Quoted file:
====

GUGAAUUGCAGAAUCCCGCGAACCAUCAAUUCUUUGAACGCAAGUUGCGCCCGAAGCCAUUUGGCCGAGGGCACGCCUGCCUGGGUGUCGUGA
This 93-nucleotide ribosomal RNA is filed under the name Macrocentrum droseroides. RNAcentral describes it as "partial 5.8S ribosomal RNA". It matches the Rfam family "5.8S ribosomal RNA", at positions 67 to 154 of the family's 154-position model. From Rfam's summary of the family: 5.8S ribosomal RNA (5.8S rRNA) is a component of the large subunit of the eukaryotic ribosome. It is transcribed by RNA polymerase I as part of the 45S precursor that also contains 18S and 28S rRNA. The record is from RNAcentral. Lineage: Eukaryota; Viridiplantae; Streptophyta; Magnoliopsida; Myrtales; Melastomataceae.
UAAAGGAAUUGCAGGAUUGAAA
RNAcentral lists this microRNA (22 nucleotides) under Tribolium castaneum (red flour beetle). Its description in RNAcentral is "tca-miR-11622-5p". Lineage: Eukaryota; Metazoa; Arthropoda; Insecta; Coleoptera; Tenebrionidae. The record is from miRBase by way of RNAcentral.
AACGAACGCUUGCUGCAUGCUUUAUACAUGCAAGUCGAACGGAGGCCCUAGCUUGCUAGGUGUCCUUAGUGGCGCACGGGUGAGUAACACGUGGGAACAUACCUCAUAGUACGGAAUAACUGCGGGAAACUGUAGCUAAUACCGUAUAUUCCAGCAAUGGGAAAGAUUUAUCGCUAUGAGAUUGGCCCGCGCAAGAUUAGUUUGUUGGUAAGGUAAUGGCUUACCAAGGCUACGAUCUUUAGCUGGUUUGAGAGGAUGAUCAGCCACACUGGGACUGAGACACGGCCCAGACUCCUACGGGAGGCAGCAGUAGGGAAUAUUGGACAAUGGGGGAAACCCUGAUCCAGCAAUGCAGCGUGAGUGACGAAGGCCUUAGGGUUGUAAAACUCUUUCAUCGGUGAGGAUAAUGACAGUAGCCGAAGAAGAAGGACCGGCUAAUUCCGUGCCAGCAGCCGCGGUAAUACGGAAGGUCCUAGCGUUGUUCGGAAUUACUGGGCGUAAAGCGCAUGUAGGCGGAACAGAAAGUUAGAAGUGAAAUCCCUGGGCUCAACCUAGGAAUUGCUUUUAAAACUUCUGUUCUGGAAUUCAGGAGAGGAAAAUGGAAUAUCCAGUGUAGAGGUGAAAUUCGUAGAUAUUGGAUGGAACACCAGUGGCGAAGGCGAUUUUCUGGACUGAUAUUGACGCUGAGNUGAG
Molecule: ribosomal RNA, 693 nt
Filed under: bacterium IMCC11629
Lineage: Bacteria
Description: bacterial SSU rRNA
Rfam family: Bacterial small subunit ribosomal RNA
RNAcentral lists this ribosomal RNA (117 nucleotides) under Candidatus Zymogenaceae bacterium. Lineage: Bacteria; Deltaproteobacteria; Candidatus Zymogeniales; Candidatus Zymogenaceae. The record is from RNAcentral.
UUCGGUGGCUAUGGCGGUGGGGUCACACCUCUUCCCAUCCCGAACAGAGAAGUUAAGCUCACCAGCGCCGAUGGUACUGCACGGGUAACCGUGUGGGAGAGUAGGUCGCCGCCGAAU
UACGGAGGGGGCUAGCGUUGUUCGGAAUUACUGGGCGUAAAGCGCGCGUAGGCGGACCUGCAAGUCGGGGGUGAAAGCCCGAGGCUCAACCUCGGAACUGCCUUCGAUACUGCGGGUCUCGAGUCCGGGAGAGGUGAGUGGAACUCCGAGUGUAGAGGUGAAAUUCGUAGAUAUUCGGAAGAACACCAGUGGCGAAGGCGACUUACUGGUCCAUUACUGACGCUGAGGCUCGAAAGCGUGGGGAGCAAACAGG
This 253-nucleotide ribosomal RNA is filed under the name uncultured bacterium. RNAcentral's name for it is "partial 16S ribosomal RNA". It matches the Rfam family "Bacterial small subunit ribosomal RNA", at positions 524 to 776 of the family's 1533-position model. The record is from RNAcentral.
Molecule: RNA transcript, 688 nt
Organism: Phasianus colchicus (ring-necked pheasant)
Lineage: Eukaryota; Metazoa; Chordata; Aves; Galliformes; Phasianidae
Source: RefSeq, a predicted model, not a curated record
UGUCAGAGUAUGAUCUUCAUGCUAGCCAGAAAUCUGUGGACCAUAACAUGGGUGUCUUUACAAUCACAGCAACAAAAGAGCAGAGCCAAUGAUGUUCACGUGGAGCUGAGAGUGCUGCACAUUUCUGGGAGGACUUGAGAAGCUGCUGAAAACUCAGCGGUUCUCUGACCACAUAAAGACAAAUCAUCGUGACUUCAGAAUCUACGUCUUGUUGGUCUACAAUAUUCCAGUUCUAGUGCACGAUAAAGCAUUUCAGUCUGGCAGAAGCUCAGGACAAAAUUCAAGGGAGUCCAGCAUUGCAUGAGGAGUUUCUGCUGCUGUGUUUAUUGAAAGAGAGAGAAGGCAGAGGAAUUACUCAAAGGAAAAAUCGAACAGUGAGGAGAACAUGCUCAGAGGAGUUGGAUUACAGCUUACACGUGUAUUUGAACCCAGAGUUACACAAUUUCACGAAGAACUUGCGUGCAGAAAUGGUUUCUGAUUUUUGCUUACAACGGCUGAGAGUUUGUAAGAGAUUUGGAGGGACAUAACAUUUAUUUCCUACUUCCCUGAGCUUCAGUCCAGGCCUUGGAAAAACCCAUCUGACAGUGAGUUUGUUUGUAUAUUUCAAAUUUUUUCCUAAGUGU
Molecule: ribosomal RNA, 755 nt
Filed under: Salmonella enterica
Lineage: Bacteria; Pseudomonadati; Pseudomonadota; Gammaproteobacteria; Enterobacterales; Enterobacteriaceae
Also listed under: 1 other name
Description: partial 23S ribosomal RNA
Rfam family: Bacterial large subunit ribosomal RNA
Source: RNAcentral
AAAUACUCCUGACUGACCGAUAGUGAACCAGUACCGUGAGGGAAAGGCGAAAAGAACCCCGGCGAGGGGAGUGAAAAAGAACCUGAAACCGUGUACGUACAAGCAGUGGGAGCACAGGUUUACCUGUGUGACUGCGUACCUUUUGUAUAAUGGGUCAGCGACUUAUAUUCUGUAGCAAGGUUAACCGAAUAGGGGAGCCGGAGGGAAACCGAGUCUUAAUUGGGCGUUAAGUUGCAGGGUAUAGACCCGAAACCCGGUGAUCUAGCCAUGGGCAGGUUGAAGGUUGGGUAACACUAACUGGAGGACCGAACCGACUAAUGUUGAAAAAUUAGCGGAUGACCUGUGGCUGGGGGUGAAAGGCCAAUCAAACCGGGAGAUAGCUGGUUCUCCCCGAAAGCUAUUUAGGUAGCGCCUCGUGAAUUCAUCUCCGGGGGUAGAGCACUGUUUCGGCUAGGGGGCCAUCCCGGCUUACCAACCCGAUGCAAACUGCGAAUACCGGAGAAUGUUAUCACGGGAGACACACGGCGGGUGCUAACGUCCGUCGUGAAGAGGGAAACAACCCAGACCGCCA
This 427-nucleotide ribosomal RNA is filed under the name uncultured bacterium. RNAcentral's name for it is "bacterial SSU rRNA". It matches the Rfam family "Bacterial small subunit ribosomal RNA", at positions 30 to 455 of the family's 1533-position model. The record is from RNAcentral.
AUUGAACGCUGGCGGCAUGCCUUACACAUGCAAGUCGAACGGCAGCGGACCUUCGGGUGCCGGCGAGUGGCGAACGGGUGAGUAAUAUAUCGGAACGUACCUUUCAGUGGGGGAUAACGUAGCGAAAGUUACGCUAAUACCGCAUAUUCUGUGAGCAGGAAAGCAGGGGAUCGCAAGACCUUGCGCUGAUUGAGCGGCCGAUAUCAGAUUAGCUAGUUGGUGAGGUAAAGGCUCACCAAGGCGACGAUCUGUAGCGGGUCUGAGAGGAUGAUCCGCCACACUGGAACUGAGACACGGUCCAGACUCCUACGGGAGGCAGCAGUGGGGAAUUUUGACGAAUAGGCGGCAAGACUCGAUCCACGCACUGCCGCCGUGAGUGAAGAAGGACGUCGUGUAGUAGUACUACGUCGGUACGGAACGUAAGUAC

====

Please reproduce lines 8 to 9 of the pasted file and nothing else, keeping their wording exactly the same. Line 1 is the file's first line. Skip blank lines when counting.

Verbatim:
Lineage: Bacteria
Description: bacterial SSU rRNA